HUD makes nearly $100M in EIS task orders

AT&T, Grinite capture new contracts

NOTE: This article first appeared on

The Department of Housing and Urban Development issued three telecom task orders with a total ceiling value of $97.8 million using the governmentwide Enterprise Infrastructure Solutions contract vehicle in September, according to federal contracting data.

HUD tapped A&T for a $59.5 million ceiling task order for data support services for its CIO office.

The agency is also using AT&T for managed trusted internet protocol services (MTIPS) for the Government National Mortgage Association, better known as Ginnie Mae. That task order has a ceiling value of $20.3 million.

Additionally, HUD executed a task order with an $18.1 million ceiling to Granite Communications for voice support services.

All three HUD task orders expire at the end of fiscal year 2032.

Obligations and spending on the $50 billion telecommunications contract vehicle have been ticking up this year as agencies face a series of deadlines designed to prod them to adopt EIS and ditch legacy telecom contracts. According to data from contracting intelligence service Deltek, agencies obligated $426.8 million in the fiscal year ending this week on EIS task orders, up from $279 million in fiscal year 2020.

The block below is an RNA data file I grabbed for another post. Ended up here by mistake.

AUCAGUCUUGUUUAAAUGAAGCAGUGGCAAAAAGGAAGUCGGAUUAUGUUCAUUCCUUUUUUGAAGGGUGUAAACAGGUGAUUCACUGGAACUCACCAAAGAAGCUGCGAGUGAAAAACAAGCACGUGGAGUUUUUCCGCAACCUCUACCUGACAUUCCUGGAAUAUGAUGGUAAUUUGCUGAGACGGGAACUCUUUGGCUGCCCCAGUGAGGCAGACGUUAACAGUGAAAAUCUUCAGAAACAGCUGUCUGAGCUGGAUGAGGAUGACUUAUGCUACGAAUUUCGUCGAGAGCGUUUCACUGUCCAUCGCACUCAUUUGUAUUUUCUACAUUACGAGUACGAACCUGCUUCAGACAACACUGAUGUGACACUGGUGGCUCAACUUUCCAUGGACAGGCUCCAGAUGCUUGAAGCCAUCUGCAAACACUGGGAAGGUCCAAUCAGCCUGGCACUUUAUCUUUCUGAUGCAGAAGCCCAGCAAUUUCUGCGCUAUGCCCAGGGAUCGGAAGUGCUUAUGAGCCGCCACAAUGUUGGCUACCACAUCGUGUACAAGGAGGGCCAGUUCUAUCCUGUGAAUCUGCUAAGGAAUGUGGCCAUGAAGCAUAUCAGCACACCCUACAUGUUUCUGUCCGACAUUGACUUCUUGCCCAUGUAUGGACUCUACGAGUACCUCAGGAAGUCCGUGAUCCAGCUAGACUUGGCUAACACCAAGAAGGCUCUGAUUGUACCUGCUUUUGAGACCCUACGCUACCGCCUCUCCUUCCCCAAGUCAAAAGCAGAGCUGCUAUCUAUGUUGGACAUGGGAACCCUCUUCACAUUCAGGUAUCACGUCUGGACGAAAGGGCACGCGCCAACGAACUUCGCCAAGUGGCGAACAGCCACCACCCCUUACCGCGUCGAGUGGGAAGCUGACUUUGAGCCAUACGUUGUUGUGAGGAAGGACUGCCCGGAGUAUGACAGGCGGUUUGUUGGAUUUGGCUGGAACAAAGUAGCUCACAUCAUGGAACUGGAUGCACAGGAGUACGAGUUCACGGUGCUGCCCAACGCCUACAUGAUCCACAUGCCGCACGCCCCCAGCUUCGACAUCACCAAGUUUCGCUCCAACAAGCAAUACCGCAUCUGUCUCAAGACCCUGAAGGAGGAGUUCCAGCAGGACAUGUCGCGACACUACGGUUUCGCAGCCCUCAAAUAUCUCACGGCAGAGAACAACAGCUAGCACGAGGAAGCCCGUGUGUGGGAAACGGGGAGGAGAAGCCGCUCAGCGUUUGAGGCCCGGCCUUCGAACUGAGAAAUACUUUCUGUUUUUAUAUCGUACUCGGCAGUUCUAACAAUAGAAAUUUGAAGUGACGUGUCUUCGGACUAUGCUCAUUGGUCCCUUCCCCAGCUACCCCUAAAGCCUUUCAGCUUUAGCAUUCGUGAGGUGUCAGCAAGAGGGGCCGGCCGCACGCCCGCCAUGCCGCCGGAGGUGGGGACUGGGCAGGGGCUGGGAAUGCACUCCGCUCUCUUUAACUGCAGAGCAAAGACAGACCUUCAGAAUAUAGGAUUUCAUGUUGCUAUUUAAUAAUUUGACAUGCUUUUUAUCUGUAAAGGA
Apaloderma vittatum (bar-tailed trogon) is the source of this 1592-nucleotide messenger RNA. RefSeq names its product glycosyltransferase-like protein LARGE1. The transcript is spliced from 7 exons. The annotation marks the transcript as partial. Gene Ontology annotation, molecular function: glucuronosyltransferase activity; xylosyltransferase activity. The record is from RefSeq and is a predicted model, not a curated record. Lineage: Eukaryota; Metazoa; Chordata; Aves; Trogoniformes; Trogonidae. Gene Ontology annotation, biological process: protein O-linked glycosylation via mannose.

Agencies must have 100% of their telecom inventory on EIS by the close of fiscal year 2022 according to deadlines set by the General Services Administration, which manages EIS. Legacy contracts Networx, WITS3 and Local Service expire on May 31, 2023.

About the Author

Adam Mazmanian is executive editor of FCW.

Before joining the editing team, Mazmanian was an FCW staff writer covering Congress, government-wide technology policy and the Department of Veterans Affairs. Prior to joining FCW, Mazmanian was technology correspondent for National Journal and served in a variety of editorial roles at B2B news service SmartBrief. Mazmanian has contributed reviews and articles to the Washington Post, the Washington City Paper, Newsday, New York Press, Architect Magazine and other publications.

Click here for previous articles by Mazmanian. Connect with him on Twitter at @thisismaz.

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